“The human cost of delaying this will be far more disastrous”

President Cyril Ramaphosa last night announced a nationwide lockdown for 21 days starting at midnight on Thursday and sweeping measures aimed at saving the lives of hundreds of thousands of people.

Only patients, police and nurses will be allowed to leave home during the lockdown and individuals won’t be allowed to leave home unless it is to seek medical care, buy food, medicine and other supplies or collect a social grant.

“The human cost of delaying this will be far more disastrous,” Ramaphosa said. This comes as the spread of Covid-19 recorded a dramatic 40% spike yesterday, up to 402 cases,

The unprecedented lockdown will see all citizens ordered to stay at home and will last from midnight on Thursday until April 16, while most businesses would be closed with the exception of those that are essential, including pharmacies, laboratories, banks, supermarkets, petrol stations among the few.

Ramaphosa also announced a Solidarity Fund to assist vulnerable South Africans.

The fund will be chaired by the chief executive officer of Women Investment Portfolio Holdings, Gloria Serobe, and the deputy chairperson is billionaire businessman and owner of Nandos, Adrian Enthoven. Ramaphosa said Government is providing seed capital of R150 million and the private sector has already pledged to support this fund with financial contributions in the coming period.

“We will be spending money to save lives and to support the economy. In this regard, we must applaud the commitment made in this time of crisis by the Rupert and Oppenheimer families of

R1 billion each to assist.”

All South Africans arriving from high-risk places will automatically be placed under quarantine for 14 days, while non-South Africans arriving on flights from high-risk countries would be blocked from entering the country.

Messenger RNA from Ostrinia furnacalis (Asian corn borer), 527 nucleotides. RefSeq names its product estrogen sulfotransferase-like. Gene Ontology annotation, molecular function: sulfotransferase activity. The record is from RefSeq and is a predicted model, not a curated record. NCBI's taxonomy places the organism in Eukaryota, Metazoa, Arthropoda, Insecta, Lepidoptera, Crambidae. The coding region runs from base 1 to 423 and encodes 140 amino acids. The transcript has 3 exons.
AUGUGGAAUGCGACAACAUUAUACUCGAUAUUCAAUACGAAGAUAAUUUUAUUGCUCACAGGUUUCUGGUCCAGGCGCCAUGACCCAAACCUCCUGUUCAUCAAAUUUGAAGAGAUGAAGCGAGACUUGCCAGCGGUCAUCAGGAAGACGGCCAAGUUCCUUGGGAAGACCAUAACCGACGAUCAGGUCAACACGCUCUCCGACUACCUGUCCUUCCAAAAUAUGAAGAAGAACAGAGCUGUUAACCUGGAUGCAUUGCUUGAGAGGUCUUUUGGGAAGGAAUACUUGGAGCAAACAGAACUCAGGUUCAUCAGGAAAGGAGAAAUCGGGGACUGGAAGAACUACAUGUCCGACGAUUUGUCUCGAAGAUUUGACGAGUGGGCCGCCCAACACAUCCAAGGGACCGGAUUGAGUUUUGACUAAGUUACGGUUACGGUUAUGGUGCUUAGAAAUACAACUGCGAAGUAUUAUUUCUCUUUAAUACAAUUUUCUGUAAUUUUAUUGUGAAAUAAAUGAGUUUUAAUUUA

“The nationwide lockdown is necessary to fundamentally disrupt the chain of transmission across society,” Ramaphosa said.

He said the SANDF would be deployed to assist the SAPS in enforcing the lockdown.

He pointed out that the enforcement of a lockdown would save lives of South Africans, despite its inevitable lasting negative effect on the economy.

“While this measure will have a considerable impact on people’s livelihoods, on the life of our society and on our economy, the human cost of delaying this action would be far, far greater,” Ramaphosa said.

Since Sunday, Ramaphosa was locked in marathon meetings with different stakeholders, including his National Command Council of Cabinet ministers on Covid-19, business, political parties and labour as the government tried to find new stricter and effective ways of containing the spread of the infectious virus.

The new measures are part of the declaration of the state of national disaster announced by Ramaphosa last week.

Those exempted from the lockdown would include health care workers, emergency personnel, the police, traffic officers, military personnel and others who would assist to enforce the lockdown.

The latest figure saw an addition of 128 Covid-19 cases to the 274 announced by Health Minister Zweli Mkhize on Sunday evening.

The Northern Cape registered its first two confirmed cases since the first case in the country was confirmed on March 5.

The latest figures have seen Gauteng’s confirmed cases shooting up to 207, followed by the Western Cape at 100.

KwaZulu-Natal and the Free State were at 60 and 13 respectively while Mpumalanga was at 9, North West and Limpopo both at 4, while Eastern Cape and Northern Cape both had 2 cases.

The EFF had called for additional economic measures to be implemented, including tax rebates for companies and individuals, including grants with small and medium enterprises with workers to cover salaries, and for network service providers to give its customers some basic access to data and airtime for free.

Ramaphosa said the lockdown would be accompanied by a public health management programme which would increase screening, testing, and contact tracing and medical management.

“Community health teams will focus on expanding screening and testing where people live, focusing first on high-density and high-risk areas to ensure that hospitals are not overwhelmed.

“A system will be put in place for centralised patient management for severe cases and decentralised primary care for mild cases,” he said.

All South Africans arriving from high-risk places would be automatically placed under quarantine for 14 days, while non-South Africans arriving on flight from high risk countries would be blocked from entering the country.

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